Understanding the Ins and Outs of Endometriosis
By Dr. Crystal Moore
I will never forget how endometriosis was taught during my medical school training. The professor had it in his syllabus and announced in front of the lecture hall that, “Endometriosis is a disease of high-strung, nulliparous (never gave birth), overachievers.” As half of the class would have fit his “patient profile,” we were justifiably offended at the characterization. Fortunately, this type of archaic thinking is no longer taught and the approximately five million American women afflicted with the condition are no longer blamed for their illness and told to “relax” as a form of treatment.
The endometrium is the nutrient-rich, lush lining of the uterus that prepares monthly for the potential implantation of a fertilized egg. If a pregnancy does not occur, the endometrial lining is shed during menstruation (a woman’s period). The condition of endometriosis occurs when some of this lining becomes implanted in other areas of the body. These sites are most commonly the ovaries, fallopian tubes, and the lining of the pelvis. However, the endometrium can also implant more remotely. I have seen biopsies of endometriosis from the skin at the belly button and even from the elbow. The reason for the tissue displacement is not well understood. However, the result of the process is well-characterized.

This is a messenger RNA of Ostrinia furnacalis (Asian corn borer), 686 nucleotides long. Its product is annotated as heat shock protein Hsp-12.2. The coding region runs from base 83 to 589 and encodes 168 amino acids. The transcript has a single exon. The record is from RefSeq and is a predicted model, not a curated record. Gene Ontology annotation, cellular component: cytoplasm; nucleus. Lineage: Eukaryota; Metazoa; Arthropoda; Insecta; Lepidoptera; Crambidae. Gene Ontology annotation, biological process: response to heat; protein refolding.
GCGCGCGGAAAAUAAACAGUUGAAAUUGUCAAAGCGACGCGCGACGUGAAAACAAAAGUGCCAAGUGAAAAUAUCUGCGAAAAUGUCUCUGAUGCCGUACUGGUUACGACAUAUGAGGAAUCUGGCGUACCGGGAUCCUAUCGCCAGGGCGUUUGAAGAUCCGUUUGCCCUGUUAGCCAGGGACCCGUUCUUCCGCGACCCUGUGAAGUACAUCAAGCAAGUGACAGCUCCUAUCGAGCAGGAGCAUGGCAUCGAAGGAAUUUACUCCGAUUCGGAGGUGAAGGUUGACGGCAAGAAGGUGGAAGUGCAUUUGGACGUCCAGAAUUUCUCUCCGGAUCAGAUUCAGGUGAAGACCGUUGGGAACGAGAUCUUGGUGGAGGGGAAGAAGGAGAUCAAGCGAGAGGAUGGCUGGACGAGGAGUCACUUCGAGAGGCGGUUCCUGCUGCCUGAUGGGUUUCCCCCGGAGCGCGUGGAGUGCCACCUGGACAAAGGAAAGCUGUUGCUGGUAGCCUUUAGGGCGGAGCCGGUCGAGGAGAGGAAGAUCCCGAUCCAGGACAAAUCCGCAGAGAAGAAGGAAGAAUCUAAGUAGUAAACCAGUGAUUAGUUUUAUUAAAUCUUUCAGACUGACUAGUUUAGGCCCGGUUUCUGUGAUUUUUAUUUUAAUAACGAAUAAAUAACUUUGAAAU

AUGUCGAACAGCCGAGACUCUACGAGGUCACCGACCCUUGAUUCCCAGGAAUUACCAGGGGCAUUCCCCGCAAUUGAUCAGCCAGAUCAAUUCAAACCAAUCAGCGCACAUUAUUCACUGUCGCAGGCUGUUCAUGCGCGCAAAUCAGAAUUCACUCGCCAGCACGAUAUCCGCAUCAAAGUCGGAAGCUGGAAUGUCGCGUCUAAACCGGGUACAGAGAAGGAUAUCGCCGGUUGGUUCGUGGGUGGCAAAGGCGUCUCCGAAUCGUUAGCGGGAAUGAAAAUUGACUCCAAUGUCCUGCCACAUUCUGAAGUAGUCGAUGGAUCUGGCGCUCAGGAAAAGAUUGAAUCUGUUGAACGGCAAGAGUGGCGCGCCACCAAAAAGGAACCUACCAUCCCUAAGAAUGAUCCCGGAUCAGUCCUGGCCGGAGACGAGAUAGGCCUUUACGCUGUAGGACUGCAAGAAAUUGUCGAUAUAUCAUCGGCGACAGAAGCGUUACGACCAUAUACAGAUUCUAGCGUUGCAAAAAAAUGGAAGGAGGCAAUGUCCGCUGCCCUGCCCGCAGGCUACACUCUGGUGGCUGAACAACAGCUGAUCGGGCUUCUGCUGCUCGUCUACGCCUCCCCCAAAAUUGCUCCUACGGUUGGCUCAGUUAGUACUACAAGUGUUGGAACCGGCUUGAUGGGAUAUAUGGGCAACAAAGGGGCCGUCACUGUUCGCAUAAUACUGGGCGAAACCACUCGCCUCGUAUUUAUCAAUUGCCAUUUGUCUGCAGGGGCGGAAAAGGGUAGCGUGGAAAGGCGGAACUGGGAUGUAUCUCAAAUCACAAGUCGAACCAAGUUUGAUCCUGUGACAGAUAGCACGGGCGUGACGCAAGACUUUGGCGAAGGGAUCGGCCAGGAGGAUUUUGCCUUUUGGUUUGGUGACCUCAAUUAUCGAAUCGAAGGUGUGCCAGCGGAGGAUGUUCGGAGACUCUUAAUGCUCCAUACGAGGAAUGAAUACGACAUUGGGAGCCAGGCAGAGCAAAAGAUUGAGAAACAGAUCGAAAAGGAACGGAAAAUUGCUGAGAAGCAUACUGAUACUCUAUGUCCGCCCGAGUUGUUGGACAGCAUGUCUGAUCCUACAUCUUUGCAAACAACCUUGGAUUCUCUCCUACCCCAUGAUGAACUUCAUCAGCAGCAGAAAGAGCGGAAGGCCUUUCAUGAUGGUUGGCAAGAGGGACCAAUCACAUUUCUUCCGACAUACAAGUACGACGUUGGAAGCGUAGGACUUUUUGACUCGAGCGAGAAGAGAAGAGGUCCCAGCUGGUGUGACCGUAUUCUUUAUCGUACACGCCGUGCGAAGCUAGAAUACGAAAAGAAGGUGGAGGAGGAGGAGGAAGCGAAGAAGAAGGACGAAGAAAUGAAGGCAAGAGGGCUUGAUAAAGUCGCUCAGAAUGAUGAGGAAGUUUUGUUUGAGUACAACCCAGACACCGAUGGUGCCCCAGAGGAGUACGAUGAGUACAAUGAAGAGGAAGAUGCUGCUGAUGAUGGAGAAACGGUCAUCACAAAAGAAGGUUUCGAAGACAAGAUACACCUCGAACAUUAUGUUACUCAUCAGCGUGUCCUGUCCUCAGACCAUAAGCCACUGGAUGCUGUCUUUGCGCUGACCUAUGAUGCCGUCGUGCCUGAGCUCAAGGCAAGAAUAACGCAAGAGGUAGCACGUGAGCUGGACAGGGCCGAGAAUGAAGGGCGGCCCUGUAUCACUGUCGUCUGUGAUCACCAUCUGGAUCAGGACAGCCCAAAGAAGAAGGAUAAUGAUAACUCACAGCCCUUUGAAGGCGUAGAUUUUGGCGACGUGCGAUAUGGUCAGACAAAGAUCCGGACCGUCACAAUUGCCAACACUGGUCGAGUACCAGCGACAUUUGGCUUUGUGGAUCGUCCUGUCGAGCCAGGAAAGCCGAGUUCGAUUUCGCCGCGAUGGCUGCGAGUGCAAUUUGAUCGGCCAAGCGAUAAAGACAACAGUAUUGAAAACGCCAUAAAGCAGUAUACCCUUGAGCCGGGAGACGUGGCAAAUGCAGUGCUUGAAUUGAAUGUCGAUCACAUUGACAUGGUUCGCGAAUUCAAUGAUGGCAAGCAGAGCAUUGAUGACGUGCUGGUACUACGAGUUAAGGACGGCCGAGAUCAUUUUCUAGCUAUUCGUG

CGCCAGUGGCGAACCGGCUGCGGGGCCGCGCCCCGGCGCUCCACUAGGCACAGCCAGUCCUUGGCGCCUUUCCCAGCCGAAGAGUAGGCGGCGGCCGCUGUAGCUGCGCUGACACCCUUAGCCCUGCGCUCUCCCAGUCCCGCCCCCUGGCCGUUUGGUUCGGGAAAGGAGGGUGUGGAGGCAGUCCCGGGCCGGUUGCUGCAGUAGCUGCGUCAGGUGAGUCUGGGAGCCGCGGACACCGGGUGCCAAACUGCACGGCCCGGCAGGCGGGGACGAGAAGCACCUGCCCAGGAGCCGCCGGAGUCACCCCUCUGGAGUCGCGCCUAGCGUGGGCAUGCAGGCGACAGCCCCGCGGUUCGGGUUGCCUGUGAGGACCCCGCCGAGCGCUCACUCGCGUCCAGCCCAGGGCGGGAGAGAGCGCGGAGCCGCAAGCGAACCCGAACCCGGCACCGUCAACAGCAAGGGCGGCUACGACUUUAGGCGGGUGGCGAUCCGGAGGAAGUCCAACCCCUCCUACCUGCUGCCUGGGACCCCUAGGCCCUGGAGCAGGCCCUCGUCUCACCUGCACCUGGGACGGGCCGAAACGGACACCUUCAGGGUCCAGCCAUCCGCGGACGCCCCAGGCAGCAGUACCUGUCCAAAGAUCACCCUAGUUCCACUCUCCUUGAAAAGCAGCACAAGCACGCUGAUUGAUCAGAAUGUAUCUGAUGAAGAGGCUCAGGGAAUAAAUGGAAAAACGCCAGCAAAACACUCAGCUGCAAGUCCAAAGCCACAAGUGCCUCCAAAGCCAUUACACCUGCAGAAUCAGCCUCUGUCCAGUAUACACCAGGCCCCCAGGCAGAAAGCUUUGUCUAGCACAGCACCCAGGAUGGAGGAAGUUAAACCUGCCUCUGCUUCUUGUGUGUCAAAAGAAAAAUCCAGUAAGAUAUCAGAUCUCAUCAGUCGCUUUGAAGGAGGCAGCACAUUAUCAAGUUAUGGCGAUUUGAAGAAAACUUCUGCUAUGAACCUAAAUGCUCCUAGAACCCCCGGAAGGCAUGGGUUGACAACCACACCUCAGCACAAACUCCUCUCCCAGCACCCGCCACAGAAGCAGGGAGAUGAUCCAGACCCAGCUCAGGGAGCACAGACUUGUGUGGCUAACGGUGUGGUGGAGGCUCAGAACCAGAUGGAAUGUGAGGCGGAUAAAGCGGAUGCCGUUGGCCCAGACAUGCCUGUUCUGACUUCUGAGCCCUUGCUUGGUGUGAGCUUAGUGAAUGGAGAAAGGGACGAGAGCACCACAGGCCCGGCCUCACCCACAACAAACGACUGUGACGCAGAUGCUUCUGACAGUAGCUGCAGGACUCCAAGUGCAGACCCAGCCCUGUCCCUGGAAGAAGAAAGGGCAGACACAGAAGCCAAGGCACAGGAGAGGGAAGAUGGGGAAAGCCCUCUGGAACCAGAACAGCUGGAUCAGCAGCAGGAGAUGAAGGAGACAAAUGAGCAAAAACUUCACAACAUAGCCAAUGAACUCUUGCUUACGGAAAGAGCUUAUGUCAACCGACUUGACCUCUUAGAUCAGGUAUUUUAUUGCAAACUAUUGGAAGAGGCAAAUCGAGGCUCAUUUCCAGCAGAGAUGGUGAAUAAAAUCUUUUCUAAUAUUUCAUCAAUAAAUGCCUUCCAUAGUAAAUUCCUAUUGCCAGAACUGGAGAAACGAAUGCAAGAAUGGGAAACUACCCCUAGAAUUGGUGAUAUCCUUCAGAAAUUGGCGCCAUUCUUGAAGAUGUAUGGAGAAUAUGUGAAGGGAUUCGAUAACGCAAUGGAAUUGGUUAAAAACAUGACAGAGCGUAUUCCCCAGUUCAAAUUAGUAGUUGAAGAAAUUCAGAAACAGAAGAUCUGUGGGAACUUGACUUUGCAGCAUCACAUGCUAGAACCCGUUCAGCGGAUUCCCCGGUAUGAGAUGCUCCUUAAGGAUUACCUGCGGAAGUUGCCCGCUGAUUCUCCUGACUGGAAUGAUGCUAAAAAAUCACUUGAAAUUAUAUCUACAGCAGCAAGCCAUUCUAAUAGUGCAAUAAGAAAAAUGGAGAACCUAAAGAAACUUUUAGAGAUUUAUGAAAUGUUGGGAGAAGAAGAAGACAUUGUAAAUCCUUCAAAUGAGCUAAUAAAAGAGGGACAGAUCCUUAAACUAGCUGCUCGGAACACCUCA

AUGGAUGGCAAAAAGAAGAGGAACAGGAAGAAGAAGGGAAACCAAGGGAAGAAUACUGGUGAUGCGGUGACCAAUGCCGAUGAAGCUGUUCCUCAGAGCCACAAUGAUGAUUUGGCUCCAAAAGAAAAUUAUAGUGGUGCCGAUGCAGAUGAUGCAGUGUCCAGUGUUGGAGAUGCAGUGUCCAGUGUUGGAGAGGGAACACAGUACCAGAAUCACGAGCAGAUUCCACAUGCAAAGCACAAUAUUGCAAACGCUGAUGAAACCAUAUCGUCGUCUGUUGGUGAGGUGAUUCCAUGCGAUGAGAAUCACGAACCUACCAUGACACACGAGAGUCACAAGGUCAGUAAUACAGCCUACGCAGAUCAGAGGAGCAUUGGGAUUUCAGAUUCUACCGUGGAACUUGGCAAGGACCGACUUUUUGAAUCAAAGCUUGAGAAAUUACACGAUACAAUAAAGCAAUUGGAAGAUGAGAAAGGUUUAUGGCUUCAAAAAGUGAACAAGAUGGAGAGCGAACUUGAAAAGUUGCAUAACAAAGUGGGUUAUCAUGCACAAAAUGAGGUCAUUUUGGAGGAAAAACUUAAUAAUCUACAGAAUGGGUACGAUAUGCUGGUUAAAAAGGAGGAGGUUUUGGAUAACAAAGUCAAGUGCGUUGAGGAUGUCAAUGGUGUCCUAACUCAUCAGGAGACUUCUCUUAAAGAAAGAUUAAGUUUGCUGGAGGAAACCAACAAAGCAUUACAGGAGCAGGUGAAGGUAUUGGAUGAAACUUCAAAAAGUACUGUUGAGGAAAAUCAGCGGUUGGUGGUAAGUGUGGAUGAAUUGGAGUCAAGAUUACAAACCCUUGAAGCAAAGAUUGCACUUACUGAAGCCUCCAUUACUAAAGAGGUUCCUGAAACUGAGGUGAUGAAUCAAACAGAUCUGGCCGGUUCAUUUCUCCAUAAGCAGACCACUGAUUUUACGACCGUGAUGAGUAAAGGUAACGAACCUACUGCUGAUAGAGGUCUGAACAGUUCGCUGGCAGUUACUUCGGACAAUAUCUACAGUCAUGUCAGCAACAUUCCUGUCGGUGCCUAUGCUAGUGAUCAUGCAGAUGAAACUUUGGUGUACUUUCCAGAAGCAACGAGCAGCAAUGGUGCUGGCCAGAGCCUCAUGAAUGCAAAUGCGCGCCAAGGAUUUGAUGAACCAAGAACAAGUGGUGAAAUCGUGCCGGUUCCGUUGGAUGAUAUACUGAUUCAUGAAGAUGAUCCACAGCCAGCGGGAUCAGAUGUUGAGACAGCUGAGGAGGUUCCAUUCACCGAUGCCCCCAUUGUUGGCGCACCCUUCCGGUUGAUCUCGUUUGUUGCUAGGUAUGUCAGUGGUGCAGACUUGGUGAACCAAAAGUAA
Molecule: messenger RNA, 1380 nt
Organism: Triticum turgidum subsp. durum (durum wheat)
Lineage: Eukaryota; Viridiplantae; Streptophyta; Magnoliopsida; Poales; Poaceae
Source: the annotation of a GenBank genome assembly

Endometriosis is often a painful disorder. The pain can be quite severe, especially during menstruation. The same hormones that are preparing a woman’s body for a potential pregnancy in the uterus, are active on the displaced endometrium as well. This displaced tissue continues to cycle as it would within the uterus. However, since it cannot slough off in the form of a period, the displaced endometrium irritates the tissue within which it has implanted and causes the pain that is all too familiar to many women with the condition.
Who is at risk for endometriosis?